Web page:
Buffy decides to reinfect herself with concentrated flu virus, provoke a fever, and then, you know, kill things. With Willow providing a distraction for the hospital staff and Xander literally keeping her on her feet, Buffy tracks Der Kindestod to the children’s ward. Except they’re not there, because the kids weren’t going to wait around for the monster to kill them and hightailed it to the basement to hide. I don’t know why the hospital put an unlocked access door to the basement inside a child’s hospital room, but much like the whole “reinfect with flu” thing, you just got to let some things slide.

There’s a creepy basement (more shades of “Nightmare”), some frightened kids, a monster, and the Slayer. Is there a moment where we don’t know how this will turn out? Der Kindestod can show off his gross eye ball tentacles all he likes, the Slayer is still going to snap his neck like a pencil.

Recovering at home, Buffy gets a letter from Ryan to thank her for saving him:

Published by

[E] Slay Belle

Slay Belle is an editor and the new writer mentor here at Persephone Magazine, where she writes about pop culture, Buffy, and her extreme love of Lifetime movies. She is also the editor of powderroom.jezebel.com. You can follow her on Twitter, @SlayBelle or email her at slay@persephonemagazine.com. She is awfully fond of unicorns and zombies, and will usually respond to any conversational volley that includes those topics.

7 thoughts on “Ladyghosts of TV Past: Buffy the Vampire Slayer, Episode 2.18, “Killed by Death””

  1. My theory is that the show made the “creepy lit­tle boys” characters boys to emphasize Buffy’s femaleness. Whedon’s whole shtick is that he turned the beautiful, blond girl being attacked in the alley into the superhero, so it fits that they would keep giving her chances to save boys and men.

    And yes, Der Kindertot is one of the scariest villains of the entire show. *Shudder*

  2. I liked this episode. But most of the Monster of the Week episodes hold a special place in my heart, much like the X-Files and the Supernatural one-off episodes. I love me some long story, but a nice change of pace is cool too.

    Supernatural riffed on this theme (episode 1.18) too but if I recall correctly the bad guy was the doctor. There was also ties to Sam and Dean’s childhood. Not as scary as Buffy though.

  3. Nope. Can’t do it. This is the one episode of Buffy that scared the shit out of me and the only one I have never re-watched (over and over and over, until the husband starts threatening divorce…). You know I love you, Slay, but I can’t even get through the recap on this one without freaking out. It is way, WAY too reminiscent of Freddy Krueger, and I can’t do Freddy. I, to this day, have recurring nightmares about Freddy. Thanks, older brothers, for making me watch the Nightmare on Elm Street movies at a totally inappropriate age (like 5 years old; seriously, where were my parents?!?!?), thus traumatizing me for life.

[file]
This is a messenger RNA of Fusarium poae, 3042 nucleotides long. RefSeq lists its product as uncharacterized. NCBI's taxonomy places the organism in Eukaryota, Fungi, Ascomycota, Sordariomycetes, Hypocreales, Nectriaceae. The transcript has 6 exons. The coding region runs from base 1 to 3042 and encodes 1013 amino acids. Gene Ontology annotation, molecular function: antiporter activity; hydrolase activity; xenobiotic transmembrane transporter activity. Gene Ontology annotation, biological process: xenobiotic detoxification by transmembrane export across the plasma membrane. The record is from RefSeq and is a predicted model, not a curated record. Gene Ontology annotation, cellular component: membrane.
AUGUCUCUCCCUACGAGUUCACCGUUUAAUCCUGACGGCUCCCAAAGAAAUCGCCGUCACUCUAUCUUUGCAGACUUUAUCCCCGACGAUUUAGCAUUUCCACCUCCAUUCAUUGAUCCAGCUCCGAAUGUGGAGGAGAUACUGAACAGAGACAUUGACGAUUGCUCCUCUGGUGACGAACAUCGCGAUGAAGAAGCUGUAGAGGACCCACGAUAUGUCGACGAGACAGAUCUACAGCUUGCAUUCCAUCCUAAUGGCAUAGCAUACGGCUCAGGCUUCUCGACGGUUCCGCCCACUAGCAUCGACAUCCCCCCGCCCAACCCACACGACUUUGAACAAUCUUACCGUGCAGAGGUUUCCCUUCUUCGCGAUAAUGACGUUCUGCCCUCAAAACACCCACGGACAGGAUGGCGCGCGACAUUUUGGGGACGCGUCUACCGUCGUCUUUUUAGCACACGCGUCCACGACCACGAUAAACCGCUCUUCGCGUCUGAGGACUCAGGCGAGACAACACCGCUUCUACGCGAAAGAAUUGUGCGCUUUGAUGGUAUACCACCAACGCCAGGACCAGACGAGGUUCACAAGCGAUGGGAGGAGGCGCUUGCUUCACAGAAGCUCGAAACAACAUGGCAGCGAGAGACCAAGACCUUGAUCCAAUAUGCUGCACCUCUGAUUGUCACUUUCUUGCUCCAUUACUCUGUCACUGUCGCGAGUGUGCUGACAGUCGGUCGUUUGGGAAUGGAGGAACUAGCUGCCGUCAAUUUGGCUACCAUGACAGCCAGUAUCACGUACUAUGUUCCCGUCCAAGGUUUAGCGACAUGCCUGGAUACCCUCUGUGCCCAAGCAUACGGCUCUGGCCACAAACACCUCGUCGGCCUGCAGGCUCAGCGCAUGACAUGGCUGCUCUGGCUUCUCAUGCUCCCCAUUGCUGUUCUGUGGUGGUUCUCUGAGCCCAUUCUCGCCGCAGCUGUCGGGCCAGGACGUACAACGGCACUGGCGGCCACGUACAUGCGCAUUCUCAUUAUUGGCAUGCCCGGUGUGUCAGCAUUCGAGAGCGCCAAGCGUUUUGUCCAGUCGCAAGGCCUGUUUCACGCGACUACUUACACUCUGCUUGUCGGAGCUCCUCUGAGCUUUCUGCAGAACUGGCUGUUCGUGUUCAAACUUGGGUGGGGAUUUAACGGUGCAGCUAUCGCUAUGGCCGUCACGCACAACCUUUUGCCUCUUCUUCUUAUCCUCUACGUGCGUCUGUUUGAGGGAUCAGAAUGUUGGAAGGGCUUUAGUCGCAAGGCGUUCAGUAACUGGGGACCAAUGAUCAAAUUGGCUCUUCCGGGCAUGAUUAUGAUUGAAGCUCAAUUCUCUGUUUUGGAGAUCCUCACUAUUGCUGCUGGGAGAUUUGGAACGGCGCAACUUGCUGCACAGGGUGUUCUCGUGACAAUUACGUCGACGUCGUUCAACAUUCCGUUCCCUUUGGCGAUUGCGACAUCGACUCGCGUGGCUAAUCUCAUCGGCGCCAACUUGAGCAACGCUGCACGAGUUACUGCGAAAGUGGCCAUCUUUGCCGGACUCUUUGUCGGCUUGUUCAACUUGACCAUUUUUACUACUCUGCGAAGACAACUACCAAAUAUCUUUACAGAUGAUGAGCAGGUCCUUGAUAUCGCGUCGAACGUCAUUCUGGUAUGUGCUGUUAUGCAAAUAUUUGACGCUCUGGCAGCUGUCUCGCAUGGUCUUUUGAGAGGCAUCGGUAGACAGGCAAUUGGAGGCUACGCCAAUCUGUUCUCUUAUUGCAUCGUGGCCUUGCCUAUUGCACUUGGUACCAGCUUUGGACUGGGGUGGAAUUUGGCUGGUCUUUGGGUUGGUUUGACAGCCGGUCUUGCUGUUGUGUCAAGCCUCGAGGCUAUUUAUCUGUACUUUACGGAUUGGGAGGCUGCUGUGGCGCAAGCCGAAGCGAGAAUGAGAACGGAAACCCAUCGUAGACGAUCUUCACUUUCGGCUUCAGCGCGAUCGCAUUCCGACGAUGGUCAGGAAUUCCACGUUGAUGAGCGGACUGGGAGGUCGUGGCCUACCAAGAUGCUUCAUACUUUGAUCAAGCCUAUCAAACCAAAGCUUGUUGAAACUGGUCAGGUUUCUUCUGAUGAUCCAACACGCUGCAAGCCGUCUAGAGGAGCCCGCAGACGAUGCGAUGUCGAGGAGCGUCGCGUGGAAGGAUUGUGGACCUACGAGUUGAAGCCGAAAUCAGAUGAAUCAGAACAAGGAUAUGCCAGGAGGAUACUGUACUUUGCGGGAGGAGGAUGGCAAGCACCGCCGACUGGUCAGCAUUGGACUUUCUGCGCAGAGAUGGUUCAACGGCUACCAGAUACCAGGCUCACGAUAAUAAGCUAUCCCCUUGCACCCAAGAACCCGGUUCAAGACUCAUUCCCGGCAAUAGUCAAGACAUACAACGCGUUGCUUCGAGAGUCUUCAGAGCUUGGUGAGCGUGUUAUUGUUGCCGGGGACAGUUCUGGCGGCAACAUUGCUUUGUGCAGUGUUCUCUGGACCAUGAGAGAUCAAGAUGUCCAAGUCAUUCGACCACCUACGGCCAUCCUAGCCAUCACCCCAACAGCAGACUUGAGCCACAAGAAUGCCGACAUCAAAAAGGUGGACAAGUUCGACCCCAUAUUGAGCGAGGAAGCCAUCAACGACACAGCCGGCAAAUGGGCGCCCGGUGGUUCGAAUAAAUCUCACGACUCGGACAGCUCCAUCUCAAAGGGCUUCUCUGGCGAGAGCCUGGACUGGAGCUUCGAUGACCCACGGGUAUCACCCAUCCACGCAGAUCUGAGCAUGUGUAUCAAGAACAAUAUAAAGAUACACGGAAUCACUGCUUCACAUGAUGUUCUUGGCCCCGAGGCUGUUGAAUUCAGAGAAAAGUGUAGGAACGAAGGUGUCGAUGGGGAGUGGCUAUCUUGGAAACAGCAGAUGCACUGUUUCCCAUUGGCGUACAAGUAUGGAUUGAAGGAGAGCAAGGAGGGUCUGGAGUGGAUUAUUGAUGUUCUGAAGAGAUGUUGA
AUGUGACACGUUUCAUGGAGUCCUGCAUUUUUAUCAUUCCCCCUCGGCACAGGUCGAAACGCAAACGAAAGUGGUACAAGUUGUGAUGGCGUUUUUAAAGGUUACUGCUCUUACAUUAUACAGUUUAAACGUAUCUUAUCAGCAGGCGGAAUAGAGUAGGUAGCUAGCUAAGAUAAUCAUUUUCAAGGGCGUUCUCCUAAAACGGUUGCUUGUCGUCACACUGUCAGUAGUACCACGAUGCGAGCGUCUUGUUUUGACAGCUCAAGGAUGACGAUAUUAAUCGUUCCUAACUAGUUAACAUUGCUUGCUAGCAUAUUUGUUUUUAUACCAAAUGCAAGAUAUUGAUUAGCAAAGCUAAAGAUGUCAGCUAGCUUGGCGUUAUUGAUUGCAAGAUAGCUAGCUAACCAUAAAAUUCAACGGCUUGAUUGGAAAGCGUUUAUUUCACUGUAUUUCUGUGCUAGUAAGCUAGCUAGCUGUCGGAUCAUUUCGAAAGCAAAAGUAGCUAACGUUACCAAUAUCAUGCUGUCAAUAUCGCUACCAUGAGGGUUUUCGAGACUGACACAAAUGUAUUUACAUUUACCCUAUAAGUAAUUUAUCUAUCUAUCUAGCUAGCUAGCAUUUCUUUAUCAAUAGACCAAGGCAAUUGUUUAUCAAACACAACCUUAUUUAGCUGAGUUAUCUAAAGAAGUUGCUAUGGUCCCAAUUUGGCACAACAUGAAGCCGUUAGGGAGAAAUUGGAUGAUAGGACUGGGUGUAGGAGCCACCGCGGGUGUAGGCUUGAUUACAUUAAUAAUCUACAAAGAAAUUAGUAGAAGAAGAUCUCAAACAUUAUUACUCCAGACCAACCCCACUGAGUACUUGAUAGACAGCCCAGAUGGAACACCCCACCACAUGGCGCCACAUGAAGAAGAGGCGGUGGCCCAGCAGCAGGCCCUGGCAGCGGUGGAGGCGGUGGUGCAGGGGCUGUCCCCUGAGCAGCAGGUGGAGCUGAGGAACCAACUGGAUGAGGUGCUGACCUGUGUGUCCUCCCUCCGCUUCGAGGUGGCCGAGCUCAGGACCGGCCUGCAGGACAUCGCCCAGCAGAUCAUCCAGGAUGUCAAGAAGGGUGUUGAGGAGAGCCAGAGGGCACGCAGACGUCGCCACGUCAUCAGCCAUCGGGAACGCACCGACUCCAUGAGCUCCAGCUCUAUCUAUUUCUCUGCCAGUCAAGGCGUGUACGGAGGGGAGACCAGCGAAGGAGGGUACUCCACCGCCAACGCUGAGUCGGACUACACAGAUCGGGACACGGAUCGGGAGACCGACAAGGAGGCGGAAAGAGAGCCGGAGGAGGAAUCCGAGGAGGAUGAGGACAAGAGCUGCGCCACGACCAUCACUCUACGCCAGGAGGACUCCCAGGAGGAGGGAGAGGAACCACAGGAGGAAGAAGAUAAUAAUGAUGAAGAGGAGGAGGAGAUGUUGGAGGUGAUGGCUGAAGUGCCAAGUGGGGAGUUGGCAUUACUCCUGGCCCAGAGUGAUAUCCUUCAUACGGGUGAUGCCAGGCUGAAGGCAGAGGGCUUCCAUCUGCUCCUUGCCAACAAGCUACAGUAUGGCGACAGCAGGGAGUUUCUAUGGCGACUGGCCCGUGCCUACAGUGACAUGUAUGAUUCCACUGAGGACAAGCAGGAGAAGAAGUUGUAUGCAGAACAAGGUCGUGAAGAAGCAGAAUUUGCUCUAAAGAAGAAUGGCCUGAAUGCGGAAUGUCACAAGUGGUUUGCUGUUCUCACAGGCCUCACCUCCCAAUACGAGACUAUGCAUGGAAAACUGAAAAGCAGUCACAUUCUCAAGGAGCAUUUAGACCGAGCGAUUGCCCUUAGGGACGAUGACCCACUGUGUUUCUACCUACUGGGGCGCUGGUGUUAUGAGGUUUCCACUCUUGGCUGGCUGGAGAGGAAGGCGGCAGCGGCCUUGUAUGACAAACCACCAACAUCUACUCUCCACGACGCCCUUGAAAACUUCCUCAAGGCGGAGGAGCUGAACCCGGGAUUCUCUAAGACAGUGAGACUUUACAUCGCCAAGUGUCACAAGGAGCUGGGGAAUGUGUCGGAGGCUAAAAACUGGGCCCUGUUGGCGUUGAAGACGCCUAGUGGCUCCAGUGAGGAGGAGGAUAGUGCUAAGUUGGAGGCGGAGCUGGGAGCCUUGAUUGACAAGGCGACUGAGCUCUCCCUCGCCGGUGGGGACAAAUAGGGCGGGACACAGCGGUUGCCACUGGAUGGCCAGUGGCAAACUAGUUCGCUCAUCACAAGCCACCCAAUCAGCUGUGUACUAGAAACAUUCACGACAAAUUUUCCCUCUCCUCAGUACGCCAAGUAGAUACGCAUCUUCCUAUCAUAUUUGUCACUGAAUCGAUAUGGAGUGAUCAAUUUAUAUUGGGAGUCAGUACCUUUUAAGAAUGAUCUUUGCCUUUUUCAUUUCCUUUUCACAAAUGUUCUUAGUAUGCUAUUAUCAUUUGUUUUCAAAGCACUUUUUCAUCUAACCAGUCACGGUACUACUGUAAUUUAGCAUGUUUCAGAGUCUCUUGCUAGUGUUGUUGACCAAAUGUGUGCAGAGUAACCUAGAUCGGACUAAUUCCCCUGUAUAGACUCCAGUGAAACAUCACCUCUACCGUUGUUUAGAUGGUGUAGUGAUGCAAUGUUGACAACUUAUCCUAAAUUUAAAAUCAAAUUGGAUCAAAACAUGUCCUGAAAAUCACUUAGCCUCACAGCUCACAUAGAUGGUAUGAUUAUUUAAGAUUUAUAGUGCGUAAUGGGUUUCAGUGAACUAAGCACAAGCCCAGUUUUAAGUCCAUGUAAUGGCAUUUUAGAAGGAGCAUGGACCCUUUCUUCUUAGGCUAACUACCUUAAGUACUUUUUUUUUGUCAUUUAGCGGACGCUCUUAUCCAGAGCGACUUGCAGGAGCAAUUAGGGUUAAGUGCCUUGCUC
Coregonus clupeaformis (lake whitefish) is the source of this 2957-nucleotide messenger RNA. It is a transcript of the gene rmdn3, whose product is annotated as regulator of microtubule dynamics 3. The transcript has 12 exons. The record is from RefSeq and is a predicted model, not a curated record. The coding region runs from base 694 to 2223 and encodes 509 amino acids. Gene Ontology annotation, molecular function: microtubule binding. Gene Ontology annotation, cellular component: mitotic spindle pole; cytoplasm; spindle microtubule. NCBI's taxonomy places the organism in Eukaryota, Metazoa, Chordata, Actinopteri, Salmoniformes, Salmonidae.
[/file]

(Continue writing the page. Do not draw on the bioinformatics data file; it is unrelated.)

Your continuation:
I will be back next week for “I Only Have Eyes For You”. I miss you already!

    1. I miss you too!

      I’m a huge Nightmare on Elm Street fan, yet it was only when I watched the episode again that the comparison leaped out at me. And once I saw it, I couldn’t unsee it. I won’t go into details for you, but suffice to say, there’s a number of obvious riffs on the Elm Street movies. I can see how it would be upsetting.

      So, next week’s a date!

  4. OK – you may find this episode filler, but as someone who watched it at 10 and had to sleep in bed with her sisters for a week, filler it may be, but one of the best monsters of the series.

    I rewatched BtVS a few years ago with my roommate and told her about how scared I was at this but how it would probably be funny as an adult. Uh, no. Still find him terrifying. Also on my list of only really scary Buffy demons: The Gentlemen (4.10) and Gnarl (7.03 – very throwaway monster of the week but very terrifying “all aloneeeee” and the clicking. ugh.)

    1. I was in my early twenties when the episode first aired so I guess I missed some of the punch of it. I just remember being vaguely annoyed that I was sidetracked with a monster of the week episode after they just killed Jenny. (Yet I Only Have Eyes for You is a monster of the week and I adore that episode.)

      What struck me last night was how horrible Celia’s death scene was. The little girl actor playing Celia was totes convincing — she looked terrified.

      It’s interesting that you mentioned the Gentlemen and Gnarl as well because last night I was remarking to SlayBeau that those three monsters share a lot of physical characteristics. I think the look taps into a real cultural look of ‘horror’.